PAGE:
A Love Affair for the Ages

‘Old isn’t dead’, say Lok Meng Chue and Remesh Panicker, who play a couple finding love later in life in My Mother Buys Condoms.
Remesh and Meng Chue share a light moment during rehearsals

The world at large is not kind to those of a certain age. The more silver streaks appear in your hair, the less you count for much in a society that desperately prizes youth and vitality.

Never mind the fact that growing old gracefully is something we would all do well to learn. After all, it’s the one thing every single one of us – if we’re blessed to live longer lives – will have to go through some day.

“Growing old is not a curse,” observes Lok Meng Chue, whose character in My Mother Buys Condoms, Maggie, finds love later in life. “It’s not something to be afraid of. It’s not something to deny. It’s not something to run away from or make fun of. For me, it’s a very natural process.”

“Helmi reminds us that ‘old’ isn’t ‘dead’,” says Remesh Panicker, who plays Raju – an air-con repairman whose relationship with Maggie scandalises her friends and family. “He’s written a funny yet serious play about prejudices, stereotypes and judgements.”

Remesh plays Raju, an air-con repairman
who starts getting lessons in how to read from Maggie

The play goes beyond enlightening younger audiences about the power and possibilities that remain after the bloom of youth has faded. There’s an element of empowerment, too, in how Maggie breaks out of her comfort zone to go after what she wants.

“A lot of the time, people box themselves in – because of societal pressure, family expectations, or their own desire to stick with the comfortable and familiar,” Meng Chue points out.

Believing that your best days are behind you, as Maggie initially does in the play, can be just as limiting as what other people think of you.

“Maggie’s liberation in the play is not just a sexual one, but a very human one,” explains Meng Chue. Meeting and falling in love with Raju forces her to re-evaluate her life and whether she truly is content with it.

Meng Chue’s Maggie finds herself falling in love again,
when she thought those days were long gone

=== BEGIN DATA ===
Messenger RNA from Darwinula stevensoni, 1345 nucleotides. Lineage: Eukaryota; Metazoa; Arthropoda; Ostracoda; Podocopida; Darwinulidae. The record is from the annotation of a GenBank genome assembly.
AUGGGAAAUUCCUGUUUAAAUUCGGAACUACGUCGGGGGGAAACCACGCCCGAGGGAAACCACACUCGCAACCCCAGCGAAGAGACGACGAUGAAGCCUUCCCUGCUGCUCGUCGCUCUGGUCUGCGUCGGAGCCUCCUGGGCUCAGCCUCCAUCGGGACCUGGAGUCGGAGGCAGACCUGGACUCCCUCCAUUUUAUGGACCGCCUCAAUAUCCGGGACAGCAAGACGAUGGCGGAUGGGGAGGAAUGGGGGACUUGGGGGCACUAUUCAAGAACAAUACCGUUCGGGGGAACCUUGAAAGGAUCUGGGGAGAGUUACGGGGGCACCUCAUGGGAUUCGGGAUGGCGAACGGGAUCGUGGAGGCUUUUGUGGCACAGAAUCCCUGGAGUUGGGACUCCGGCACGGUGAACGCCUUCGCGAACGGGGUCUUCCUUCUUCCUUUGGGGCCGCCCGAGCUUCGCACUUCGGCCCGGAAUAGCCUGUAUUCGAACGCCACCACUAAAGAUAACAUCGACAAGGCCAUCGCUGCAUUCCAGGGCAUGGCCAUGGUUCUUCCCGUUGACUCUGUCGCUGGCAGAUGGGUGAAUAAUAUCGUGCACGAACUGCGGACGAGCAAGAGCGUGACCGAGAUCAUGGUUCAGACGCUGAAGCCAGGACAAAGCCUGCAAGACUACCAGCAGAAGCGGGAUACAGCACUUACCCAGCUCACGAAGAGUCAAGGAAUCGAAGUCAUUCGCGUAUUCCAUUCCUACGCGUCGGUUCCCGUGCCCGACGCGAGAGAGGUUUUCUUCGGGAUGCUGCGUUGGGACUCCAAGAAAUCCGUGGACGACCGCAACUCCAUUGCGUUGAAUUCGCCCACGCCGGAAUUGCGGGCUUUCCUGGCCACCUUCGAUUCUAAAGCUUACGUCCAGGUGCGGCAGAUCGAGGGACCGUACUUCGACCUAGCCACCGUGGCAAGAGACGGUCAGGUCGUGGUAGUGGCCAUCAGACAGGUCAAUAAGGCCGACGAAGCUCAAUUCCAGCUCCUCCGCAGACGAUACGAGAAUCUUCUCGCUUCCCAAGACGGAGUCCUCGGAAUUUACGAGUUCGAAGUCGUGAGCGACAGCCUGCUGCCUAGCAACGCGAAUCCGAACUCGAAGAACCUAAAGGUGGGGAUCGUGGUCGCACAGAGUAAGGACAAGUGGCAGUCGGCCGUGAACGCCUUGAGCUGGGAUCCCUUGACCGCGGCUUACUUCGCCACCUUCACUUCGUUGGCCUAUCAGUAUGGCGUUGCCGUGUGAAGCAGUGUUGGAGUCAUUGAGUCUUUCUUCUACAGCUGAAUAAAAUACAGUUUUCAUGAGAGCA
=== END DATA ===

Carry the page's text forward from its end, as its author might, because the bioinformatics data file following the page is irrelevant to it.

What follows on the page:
Both actors share quite a lot in common with their characters. Meng Chue and Maggie are both 60, and share a love of reading. Remesh notes that he, like Raju, is a Malaysian-born Indian, and they are both optimists and romantics at heart.

Playing the differences, however, has proved challenging. “I’ve never played a character of such limited formal education,” muses Remesh. He’s still working out a believable speech pattern for Raju, who can neither read nor write in English.

For Meng Chue, a key challenge lies in taking on the lead role. “When you’re a supporting actor, it’s very fun,” she laughs. “You come in, you make your point, and then you leave!” But carrying most of a show can be “frightening” and “draining”.

Nonetheless, she was eager to take the role because she firmly believes in encouraging and championing new artists. “I have always looked forward to working on new plays,” she enthuses. “It’s good to have new playwrights: people who want to write and share their thoughts.”

Maggie and Raju swipe right on each other and make a connection!

Audiences are the crucial final ingredient in theatre-making. Meng Chue and Remesh are both keen to ensure that the play’s message of love, understanding and tolerance comes through loud and clear.

“It was very important for me to make this person real,” stresses Meng Chue. “To convince people that this can happen to anybody you meet on the bus or in the shopping centre.”

For Remesh, the play doesn’t just advocate the use of condoms as prophylactics. “It matters because it is essentially about keeping everyone – regardless of age, gender, race, social standing, beliefs or sexual orientation – safe and protected.”

My Mother Buys Condoms, starring Lok Meng Chue and Remesh Panicker, plays at the Singapore Theatre Festival from 14 to 24 July 2016. Tickets are sold out.
Visit www.singaporetheatrefestival.com for more information!

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